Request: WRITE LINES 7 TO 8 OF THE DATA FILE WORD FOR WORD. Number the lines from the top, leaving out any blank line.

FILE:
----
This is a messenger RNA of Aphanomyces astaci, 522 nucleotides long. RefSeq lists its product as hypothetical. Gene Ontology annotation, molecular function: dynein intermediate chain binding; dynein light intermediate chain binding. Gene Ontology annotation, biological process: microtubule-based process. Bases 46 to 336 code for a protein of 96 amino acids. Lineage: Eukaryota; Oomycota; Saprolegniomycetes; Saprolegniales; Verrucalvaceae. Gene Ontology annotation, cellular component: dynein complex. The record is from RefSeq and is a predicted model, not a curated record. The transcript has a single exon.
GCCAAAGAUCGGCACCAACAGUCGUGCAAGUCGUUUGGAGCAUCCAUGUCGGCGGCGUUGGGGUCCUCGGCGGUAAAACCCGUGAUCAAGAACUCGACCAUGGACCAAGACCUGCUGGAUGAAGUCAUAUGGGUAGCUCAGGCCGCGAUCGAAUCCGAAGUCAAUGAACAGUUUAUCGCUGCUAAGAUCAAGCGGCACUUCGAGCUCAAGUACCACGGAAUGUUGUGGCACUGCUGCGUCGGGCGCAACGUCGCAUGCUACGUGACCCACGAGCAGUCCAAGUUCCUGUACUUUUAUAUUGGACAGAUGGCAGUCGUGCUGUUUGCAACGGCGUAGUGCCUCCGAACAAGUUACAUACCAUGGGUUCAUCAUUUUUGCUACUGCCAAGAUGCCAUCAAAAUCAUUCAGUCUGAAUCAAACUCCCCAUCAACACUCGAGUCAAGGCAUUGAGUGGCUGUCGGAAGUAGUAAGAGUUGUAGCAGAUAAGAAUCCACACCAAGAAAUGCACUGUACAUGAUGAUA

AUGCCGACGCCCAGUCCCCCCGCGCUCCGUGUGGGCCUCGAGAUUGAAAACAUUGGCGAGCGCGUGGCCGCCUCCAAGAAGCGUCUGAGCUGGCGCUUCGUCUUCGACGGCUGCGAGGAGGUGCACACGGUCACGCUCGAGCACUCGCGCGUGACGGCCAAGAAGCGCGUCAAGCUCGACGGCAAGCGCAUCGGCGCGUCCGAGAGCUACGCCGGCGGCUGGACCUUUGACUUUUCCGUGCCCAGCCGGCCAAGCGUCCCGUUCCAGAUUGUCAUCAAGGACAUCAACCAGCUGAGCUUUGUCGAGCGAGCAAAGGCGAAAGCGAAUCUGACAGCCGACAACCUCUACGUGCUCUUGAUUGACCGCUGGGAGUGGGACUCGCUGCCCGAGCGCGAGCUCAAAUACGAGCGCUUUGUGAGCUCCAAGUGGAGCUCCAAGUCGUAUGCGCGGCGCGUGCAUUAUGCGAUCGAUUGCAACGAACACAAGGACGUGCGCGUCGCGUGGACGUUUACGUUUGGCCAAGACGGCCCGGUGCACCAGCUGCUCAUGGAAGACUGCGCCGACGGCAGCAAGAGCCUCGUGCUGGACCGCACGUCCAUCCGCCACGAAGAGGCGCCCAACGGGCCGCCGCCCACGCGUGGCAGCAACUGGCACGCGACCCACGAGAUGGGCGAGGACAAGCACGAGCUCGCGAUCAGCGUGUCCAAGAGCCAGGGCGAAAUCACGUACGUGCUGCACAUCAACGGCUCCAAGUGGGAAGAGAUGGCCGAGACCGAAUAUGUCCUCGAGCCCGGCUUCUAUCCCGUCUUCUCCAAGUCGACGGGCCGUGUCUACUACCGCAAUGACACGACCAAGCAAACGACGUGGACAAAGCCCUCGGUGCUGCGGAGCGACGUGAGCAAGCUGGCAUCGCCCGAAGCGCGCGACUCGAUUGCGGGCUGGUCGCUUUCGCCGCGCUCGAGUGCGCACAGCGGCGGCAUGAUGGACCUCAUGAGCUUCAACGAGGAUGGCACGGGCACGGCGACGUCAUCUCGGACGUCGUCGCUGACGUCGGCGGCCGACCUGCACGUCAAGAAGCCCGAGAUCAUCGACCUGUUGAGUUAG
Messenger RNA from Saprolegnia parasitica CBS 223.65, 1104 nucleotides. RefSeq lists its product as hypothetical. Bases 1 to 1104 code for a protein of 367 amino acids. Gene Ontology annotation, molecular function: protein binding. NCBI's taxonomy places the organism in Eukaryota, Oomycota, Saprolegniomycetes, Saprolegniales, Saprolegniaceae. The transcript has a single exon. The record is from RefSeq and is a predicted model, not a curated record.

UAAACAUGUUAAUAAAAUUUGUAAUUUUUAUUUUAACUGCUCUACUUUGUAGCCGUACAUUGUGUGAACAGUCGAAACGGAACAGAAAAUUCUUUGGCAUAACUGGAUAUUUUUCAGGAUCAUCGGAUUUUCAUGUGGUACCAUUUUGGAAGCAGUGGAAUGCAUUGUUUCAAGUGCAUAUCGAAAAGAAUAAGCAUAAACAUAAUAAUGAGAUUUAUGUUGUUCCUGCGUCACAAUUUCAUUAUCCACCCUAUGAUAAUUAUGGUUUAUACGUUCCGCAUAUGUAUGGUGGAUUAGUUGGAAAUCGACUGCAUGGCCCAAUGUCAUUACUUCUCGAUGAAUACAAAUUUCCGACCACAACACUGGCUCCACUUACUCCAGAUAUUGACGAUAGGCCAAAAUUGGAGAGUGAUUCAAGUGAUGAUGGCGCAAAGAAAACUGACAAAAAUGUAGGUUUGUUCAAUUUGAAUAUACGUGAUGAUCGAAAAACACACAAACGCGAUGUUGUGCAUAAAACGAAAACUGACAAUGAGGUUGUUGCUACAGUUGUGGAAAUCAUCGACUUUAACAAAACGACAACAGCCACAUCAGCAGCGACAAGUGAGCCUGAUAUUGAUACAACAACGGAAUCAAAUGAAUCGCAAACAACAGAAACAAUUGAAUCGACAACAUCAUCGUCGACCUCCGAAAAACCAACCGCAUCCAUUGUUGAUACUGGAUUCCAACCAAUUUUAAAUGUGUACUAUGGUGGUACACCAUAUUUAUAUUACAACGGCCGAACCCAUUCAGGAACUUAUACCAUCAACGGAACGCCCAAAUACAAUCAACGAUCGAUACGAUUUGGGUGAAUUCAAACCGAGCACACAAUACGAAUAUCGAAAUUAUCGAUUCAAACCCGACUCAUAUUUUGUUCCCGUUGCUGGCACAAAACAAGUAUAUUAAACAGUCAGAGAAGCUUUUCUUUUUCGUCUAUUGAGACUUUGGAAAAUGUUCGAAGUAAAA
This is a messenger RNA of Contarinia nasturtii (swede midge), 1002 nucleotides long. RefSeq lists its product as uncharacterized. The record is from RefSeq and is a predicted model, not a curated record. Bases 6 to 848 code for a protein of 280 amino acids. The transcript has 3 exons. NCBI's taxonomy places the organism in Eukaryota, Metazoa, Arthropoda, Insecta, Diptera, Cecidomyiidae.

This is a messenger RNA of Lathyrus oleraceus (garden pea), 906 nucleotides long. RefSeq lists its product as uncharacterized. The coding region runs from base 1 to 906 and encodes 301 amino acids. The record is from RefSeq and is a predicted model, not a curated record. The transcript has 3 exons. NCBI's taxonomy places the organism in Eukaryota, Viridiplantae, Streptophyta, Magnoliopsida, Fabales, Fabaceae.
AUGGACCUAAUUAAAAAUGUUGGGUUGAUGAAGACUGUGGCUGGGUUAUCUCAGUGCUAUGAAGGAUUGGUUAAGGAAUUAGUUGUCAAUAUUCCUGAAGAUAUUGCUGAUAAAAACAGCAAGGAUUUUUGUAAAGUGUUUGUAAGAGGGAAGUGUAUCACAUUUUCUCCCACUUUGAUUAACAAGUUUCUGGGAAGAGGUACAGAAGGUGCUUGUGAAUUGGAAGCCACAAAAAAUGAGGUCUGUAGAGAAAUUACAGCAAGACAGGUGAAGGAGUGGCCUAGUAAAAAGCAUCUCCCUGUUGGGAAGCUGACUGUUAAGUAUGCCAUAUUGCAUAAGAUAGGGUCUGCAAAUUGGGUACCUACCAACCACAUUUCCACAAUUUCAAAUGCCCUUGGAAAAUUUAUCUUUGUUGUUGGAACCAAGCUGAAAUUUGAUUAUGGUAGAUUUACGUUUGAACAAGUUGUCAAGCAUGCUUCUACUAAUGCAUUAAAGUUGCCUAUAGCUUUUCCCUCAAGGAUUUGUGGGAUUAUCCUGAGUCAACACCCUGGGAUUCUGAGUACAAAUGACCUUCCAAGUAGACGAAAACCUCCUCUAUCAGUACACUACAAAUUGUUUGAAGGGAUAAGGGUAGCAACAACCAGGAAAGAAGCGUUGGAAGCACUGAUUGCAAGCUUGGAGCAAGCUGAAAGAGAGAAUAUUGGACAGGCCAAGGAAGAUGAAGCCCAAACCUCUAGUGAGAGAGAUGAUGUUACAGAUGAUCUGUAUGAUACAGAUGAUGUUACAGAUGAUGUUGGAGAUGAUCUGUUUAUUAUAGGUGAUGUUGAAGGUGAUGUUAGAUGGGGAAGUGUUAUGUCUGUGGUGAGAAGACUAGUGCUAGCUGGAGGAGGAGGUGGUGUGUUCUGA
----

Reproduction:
This is a messenger RNA of Lathyrus oleraceus (garden pea), 906 nucleotides long. RefSeq lists its product as uncharacterized. The coding region runs from base 1 to 906 and encodes 301 amino acids. The record is from RefSeq and is a predicted model, not a curated record. The transcript has 3 exons. NCBI's taxonomy places the organism in Eukaryota, Viridiplantae, Streptophyta, Magnoliopsida, Fabales, Fabaceae.
AUGGACCUAAUUAAAAAUGUUGGGUUGAUGAAGACUGUGGCUGGGUUAUCUCAGUGCUAUGAAGGAUUGGUUAAGGAAUUAGUUGUCAAUAUUCCUGAAGAUAUUGCUGAUAAAAACAGCAAGGAUUUUUGUAAAGUGUUUGUAAGAGGGAAGUGUAUCACAUUUUCUCCCACUUUGAUUAACAAGUUUCUGGGAAGAGGUACAGAAGGUGCUUGUGAAUUGGAAGCCACAAAAAAUGAGGUCUGUAGAGAAAUUACAGCAAGACAGGUGAAGGAGUGGCCUAGUAAAAAGCAUCUCCCUGUUGGGAAGCUGACUGUUAAGUAUGCCAUAUUGCAUAAGAUAGGGUCUGCAAAUUGGGUACCUACCAACCACAUUUCCACAAUUUCAAAUGCCCUUGGAAAAUUUAUCUUUGUUGUUGGAACCAAGCUGAAAUUUGAUUAUGGUAGAUUUACGUUUGAACAAGUUGUCAAGCAUGCUUCUACUAAUGCAUUAAAGUUGCCUAUAGCUUUUCCCUCAAGGAUUUGUGGGAUUAUCCUGAGUCAACACCCUGGGAUUCUGAGUACAAAUGACCUUCCAAGUAGACGAAAACCUCCUCUAUCAGUACACUACAAAUUGUUUGAAGGGAUAAGGGUAGCAACAACCAGGAAAGAAGCGUUGGAAGCACUGAUUGCAAGCUUGGAGCAAGCUGAAAGAGAGAAUAUUGGACAGGCCAAGGAAGAUGAAGCCCAAACCUCUAGUGAGAGAGAUGAUGUUACAGAUGAUCUGUAUGAUACAGAUGAUGUUACAGAUGAUGUUGGAGAUGAUCUGUUUAUUAUAGGUGAUGUUGAAGGUGAUGUUAGAUGGGGAAGUGUUAUGUCUGUGGUGAGAAGACUAGUGCUAGCUGGAGGAGGAGGUGGUGUGUUCUGA